“We are the ones who produce. They are not the ones who produce. They buy and sell pieces of paper; we produce actual stuff. We didn’t cause this crisis. Hands up in this room: who issued a mortgage to someone who had no income and no job?” Stanford asked, to laughter from the crowd.
“Who [here] securitized that mortgage into a mortgage bond that they sold to speculators in Iceland? Who [here] leveraged their bets on mortgage bonds with a 50 to 1 borrowing ratio? Nobody! That’s right! I think it’s settled -- we didn’t create this problem.”
The spotlight was then turned over to the floor, and people told their stories from the front lines of union activism. A couple of workers shared their personal stories of financial and employment loss due to the economic crisis. Several others encouraged the crowd by sharing stories of successful labour actions in response to demands for concessions by their employers.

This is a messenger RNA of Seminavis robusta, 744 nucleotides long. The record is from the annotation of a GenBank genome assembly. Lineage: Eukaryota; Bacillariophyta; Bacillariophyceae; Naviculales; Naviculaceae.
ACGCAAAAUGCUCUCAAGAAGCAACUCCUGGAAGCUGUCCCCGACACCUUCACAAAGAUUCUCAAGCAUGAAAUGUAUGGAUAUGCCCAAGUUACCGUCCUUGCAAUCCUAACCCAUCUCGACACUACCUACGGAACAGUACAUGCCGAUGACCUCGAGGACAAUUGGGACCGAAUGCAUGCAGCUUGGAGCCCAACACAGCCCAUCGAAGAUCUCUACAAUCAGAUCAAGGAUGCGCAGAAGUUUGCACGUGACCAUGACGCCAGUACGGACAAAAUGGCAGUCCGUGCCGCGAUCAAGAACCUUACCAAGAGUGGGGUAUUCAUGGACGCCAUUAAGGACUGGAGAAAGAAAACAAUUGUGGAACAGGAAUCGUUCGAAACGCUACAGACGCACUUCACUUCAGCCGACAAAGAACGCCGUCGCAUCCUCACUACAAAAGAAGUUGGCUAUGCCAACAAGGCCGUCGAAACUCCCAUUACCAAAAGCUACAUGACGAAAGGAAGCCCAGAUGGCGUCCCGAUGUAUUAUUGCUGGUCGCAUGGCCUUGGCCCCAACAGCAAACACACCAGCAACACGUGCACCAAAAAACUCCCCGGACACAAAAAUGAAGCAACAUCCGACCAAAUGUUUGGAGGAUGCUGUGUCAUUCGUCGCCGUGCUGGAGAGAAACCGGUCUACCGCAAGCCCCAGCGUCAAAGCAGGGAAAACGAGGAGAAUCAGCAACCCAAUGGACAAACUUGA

The room full of shop stewards, staff and front-line union activists were riveted by their stories, which mirrored their own observations and concerns from their workplaces. Uncertainty and concern about concessions were common denominators among participants.
Yvonne Abrahams, from CEP Local 6007 and a self-described “newbie” steward, came to the meeting to learn more. “I am here to get more information about the crisis that we’re all facing at this time. I’m concerned about my pension, about other people’s pensions.”
Her co-workers are also worried. “They just want to know what’s going to happen. Everyone comes to work and they want to know what’s going to be the next thing. Because every time they turn around, there’s something else happening. They’re concerned. In my work group, there’s nothing happening as yet, but we don’t know. We really don’t know.”
John Hull, Director of Organizing for Teamsters Local 938, says he has seen 10 per cent of the 12,000 people in his local laid off. “Because we’re in the auto sector, we haul the cars, we do the parts, quite a few of our members were affected.”